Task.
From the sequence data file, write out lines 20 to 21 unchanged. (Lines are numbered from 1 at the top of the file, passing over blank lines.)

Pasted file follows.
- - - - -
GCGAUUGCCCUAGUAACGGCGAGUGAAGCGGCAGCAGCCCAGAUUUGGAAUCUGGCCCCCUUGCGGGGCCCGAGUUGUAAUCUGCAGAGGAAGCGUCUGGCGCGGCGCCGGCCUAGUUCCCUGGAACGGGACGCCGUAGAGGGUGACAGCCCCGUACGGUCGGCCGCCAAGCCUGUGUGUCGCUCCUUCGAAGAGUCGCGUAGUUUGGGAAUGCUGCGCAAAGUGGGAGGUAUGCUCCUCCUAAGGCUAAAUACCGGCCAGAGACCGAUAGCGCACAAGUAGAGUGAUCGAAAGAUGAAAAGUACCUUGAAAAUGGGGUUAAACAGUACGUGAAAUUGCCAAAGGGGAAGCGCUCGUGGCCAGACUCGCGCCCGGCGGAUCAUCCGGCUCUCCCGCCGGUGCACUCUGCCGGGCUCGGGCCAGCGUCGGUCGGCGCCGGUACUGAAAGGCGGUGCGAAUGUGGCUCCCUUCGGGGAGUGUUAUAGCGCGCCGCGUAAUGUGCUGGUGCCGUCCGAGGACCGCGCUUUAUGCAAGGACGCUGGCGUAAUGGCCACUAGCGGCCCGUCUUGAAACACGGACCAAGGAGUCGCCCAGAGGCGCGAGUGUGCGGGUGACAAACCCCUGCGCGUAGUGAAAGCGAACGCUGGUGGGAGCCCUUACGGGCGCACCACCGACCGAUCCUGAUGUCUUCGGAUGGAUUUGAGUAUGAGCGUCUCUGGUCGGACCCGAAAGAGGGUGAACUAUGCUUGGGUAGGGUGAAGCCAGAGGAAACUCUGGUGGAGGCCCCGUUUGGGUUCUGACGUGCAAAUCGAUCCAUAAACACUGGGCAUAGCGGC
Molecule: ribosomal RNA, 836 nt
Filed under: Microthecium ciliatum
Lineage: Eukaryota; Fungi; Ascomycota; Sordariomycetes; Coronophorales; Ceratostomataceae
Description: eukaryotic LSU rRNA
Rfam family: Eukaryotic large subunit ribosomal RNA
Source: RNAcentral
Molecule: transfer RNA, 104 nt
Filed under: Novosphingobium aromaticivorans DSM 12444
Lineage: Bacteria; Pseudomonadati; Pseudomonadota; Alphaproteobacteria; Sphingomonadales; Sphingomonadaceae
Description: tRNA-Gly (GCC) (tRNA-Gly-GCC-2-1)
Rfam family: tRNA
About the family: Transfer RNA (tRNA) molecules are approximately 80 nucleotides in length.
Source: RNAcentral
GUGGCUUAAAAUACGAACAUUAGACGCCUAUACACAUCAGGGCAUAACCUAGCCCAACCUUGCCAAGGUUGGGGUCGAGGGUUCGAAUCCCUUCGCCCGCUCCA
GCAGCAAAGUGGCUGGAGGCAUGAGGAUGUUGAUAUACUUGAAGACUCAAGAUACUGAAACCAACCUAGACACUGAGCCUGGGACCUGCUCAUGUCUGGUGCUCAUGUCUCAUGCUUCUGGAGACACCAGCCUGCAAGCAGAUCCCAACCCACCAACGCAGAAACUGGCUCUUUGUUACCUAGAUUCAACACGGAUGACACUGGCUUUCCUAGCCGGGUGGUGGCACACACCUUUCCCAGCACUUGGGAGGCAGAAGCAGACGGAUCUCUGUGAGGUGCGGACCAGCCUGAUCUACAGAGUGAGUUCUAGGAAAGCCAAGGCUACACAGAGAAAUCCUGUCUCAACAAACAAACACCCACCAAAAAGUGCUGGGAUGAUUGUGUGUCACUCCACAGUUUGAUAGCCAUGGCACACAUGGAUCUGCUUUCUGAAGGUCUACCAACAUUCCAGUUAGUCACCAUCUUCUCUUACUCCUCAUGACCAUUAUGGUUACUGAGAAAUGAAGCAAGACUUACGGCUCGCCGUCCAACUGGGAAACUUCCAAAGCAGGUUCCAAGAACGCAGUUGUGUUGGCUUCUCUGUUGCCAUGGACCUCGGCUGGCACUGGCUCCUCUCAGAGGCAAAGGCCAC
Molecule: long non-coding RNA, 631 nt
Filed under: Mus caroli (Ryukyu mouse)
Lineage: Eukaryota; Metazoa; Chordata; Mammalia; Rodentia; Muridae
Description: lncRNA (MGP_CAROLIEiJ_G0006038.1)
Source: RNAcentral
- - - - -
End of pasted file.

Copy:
Description: lncRNA (MGP_CAROLIEiJ_G0006038.1)
Source: RNAcentral